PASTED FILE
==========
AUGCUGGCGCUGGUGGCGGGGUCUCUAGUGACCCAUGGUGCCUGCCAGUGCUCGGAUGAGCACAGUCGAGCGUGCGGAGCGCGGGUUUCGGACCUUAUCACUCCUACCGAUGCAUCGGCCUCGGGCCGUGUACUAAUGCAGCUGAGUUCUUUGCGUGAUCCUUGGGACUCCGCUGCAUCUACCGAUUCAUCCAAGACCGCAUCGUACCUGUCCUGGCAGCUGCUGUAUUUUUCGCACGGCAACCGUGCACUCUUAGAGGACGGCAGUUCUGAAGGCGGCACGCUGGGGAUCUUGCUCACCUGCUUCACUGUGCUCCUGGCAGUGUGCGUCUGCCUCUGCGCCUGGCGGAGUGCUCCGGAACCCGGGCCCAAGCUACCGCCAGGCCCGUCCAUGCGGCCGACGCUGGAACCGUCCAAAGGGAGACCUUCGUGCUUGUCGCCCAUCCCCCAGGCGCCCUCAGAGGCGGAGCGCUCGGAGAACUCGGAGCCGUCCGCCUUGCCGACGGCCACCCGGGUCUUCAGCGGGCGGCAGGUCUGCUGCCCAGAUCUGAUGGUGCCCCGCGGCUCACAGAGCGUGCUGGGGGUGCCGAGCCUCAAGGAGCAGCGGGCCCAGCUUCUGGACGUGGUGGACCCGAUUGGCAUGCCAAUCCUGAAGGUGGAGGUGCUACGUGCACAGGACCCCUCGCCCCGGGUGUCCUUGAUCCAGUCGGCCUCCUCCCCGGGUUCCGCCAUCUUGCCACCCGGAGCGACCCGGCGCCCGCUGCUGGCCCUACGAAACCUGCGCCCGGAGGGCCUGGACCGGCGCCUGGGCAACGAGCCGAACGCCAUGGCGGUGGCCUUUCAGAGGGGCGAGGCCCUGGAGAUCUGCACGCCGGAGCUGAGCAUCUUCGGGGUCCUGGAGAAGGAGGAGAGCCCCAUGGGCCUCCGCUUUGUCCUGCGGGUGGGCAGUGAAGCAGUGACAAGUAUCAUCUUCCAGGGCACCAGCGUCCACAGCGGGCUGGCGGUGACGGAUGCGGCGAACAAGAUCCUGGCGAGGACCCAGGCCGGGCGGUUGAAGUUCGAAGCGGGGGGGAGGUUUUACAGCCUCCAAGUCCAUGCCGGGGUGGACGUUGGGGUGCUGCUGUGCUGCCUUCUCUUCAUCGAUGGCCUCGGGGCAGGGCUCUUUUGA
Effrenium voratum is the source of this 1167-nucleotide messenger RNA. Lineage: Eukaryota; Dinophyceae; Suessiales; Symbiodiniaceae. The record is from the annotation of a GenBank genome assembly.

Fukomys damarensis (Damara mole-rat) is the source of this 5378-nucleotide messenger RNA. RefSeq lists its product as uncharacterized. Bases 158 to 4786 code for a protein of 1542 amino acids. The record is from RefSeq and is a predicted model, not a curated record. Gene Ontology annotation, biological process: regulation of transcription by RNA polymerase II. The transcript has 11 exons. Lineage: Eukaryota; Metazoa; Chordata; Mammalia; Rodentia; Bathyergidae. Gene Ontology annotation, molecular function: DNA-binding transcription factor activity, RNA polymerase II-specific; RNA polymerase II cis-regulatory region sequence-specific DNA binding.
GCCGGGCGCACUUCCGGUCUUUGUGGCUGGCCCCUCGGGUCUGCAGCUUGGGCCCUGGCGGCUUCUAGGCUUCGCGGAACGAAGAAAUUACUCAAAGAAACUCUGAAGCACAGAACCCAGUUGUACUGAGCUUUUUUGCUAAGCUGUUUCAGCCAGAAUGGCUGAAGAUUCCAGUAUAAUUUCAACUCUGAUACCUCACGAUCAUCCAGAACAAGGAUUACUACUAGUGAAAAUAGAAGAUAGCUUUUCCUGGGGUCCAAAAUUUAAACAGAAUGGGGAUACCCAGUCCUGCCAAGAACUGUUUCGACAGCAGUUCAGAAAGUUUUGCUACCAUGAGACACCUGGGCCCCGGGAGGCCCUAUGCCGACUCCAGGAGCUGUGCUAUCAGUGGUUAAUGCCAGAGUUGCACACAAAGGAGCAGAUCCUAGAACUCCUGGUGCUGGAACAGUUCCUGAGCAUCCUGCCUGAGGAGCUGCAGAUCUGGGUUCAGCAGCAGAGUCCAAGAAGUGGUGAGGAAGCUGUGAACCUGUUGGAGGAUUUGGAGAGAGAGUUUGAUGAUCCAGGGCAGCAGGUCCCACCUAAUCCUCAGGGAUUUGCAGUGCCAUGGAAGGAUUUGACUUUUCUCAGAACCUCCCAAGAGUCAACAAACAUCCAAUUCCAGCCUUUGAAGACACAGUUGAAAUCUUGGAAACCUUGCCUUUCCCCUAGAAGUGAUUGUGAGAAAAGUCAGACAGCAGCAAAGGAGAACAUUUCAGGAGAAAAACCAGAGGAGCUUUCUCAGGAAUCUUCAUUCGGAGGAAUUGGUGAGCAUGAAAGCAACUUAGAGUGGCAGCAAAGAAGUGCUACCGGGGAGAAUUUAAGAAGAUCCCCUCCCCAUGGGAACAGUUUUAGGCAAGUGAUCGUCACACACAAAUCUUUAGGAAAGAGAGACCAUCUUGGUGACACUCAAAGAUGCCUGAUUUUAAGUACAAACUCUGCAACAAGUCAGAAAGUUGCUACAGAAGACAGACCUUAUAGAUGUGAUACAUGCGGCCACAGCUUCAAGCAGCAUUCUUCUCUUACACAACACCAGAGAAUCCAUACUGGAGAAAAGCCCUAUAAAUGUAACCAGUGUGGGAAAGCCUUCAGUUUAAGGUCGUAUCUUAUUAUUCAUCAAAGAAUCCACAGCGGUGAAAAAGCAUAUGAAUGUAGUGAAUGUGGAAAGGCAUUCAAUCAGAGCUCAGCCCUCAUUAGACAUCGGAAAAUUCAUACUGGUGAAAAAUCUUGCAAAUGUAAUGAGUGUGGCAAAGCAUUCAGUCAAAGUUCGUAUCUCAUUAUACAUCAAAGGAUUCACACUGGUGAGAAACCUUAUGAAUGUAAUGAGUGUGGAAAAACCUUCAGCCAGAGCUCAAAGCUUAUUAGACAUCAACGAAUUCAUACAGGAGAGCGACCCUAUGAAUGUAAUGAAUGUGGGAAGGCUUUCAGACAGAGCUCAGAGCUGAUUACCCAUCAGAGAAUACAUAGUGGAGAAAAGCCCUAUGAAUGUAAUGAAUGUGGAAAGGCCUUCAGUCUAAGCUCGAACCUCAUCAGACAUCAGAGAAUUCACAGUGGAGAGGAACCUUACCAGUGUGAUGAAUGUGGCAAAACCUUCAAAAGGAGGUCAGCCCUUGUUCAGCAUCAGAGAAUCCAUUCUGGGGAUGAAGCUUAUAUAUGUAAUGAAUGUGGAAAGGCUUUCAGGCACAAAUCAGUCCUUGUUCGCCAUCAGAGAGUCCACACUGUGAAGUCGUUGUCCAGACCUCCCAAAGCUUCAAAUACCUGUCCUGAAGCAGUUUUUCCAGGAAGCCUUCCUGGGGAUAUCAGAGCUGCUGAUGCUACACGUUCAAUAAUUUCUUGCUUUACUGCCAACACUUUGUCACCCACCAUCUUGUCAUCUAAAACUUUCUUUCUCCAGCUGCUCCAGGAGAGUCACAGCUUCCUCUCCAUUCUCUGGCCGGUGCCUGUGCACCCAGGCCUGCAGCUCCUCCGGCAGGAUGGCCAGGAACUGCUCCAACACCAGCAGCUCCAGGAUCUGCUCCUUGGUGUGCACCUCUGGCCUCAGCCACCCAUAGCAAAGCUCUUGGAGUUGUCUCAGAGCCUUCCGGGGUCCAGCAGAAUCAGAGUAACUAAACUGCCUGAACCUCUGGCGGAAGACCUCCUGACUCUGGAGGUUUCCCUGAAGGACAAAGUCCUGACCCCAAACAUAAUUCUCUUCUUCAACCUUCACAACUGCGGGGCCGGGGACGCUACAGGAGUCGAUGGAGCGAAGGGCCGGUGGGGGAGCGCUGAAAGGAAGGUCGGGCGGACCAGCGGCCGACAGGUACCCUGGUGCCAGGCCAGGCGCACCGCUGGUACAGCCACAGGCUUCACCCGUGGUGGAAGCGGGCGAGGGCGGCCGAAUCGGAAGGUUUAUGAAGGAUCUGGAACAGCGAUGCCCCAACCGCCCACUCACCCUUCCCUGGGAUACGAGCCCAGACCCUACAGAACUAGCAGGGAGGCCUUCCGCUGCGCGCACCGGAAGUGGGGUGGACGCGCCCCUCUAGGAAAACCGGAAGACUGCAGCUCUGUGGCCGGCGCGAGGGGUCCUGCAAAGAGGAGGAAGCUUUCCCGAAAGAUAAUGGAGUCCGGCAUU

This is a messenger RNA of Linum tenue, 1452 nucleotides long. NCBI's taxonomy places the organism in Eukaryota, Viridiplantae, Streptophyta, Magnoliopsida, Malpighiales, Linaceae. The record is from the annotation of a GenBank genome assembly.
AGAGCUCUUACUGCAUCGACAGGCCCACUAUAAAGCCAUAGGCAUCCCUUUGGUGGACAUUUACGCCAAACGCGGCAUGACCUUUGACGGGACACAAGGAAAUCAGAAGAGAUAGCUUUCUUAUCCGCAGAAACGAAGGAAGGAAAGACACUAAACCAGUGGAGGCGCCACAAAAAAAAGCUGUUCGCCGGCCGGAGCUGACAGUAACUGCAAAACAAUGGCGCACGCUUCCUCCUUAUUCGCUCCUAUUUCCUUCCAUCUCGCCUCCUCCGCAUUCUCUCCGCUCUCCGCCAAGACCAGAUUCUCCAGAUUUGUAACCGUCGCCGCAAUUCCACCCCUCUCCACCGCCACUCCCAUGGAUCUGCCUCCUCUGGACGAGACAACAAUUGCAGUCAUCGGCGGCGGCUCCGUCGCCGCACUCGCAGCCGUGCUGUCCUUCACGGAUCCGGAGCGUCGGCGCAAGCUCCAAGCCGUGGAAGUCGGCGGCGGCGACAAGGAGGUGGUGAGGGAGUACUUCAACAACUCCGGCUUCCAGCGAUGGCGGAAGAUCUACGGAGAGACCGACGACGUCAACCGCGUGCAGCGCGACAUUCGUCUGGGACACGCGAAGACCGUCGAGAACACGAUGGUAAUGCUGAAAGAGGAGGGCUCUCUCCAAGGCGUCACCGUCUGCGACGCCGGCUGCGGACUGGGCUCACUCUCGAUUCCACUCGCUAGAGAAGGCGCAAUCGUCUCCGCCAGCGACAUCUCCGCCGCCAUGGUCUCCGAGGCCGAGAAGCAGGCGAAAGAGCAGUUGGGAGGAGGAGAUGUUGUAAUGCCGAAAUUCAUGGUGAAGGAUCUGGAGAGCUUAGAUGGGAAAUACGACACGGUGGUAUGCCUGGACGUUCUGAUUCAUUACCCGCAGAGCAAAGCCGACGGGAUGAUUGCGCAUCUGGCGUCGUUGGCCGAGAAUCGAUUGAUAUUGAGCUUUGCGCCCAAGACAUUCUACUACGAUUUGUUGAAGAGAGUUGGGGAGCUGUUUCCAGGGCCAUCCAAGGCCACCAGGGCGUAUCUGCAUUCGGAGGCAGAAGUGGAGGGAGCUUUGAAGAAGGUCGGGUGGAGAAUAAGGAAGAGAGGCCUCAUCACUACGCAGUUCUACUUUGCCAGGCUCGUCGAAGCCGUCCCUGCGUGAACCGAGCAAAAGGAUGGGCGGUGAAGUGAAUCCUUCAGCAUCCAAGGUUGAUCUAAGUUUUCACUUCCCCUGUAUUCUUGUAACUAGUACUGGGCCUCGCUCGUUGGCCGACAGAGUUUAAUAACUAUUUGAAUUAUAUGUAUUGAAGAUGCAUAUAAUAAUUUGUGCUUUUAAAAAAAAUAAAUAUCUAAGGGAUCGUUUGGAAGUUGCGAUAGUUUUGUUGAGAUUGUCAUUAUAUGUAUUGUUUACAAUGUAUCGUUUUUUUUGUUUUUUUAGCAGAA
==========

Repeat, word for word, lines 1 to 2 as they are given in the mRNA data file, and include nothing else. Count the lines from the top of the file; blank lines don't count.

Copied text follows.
AUGCUGGCGCUGGUGGCGGGGUCUCUAGUGACCCAUGGUGCCUGCCAGUGCUCGGAUGAGCACAGUCGAGCGUGCGGAGCGCGGGUUUCGGACCUUAUCACUCCUACCGAUGCAUCGGCCUCGGGCCGUGUACUAAUGCAGCUGAGUUCUUUGCGUGAUCCUUGGGACUCCGCUGCAUCUACCGAUUCAUCCAAGACCGCAUCGUACCUGUCCUGGCAGCUGCUGUAUUUUUCGCACGGCAACCGUGCACUCUUAGAGGACGGCAGUUCUGAAGGCGGCACGCUGGGGAUCUUGCUCACCUGCUUCACUGUGCUCCUGGCAGUGUGCGUCUGCCUCUGCGCCUGGCGGAGUGCUCCGGAACCCGGGCCCAAGCUACCGCCAGGCCCGUCCAUGCGGCCGACGCUGGAACCGUCCAAAGGGAGACCUUCGUGCUUGUCGCCCAUCCCCCAGGCGCCCUCAGAGGCGGAGCGCUCGGAGAACUCGGAGCCGUCCGCCUUGCCGACGGCCACCCGGGUCUUCAGCGGGCGGCAGGUCUGCUGCCCAGAUCUGAUGGUGCCCCGCGGCUCACAGAGCGUGCUGGGGGUGCCGAGCCUCAAGGAGCAGCGGGCCCAGCUUCUGGACGUGGUGGACCCGAUUGGCAUGCCAAUCCUGAAGGUGGAGGUGCUACGUGCACAGGACCCCUCGCCCCGGGUGUCCUUGAUCCAGUCGGCCUCCUCCCCGGGUUCCGCCAUCUUGCCACCCGGAGCGACCCGGCGCCCGCUGCUGGCCCUACGAAACCUGCGCCCGGAGGGCCUGGACCGGCGCCUGGGCAACGAGCCGAACGCCAUGGCGGUGGCCUUUCAGAGGGGCGAGGCCCUGGAGAUCUGCACGCCGGAGCUGAGCAUCUUCGGGGUCCUGGAGAAGGAGGAGAGCCCCAUGGGCCUCCGCUUUGUCCUGCGGGUGGGCAGUGAAGCAGUGACAAGUAUCAUCUUCCAGGGCACCAGCGUCCACAGCGGGCUGGCGGUGACGGAUGCGGCGAACAAGAUCCUGGCGAGGACCCAGGCCGGGCGGUUGAAGUUCGAAGCGGGGGGGAGGUUUUACAGCCUCCAAGUCCAUGCCGGGGUGGACGUUGGGGUGCUGCUGUGCUGCCUUCUCUUCAUCGAUGGCCUCGGGGCAGGGCUCUUUUGA
Effrenium voratum is the source of this 1167-nucleotide messenger RNA. Lineage: Eukaryota; Dinophyceae; Suessiales; Symbiodiniaceae. The record is from the annotation of a GenBank genome assembly.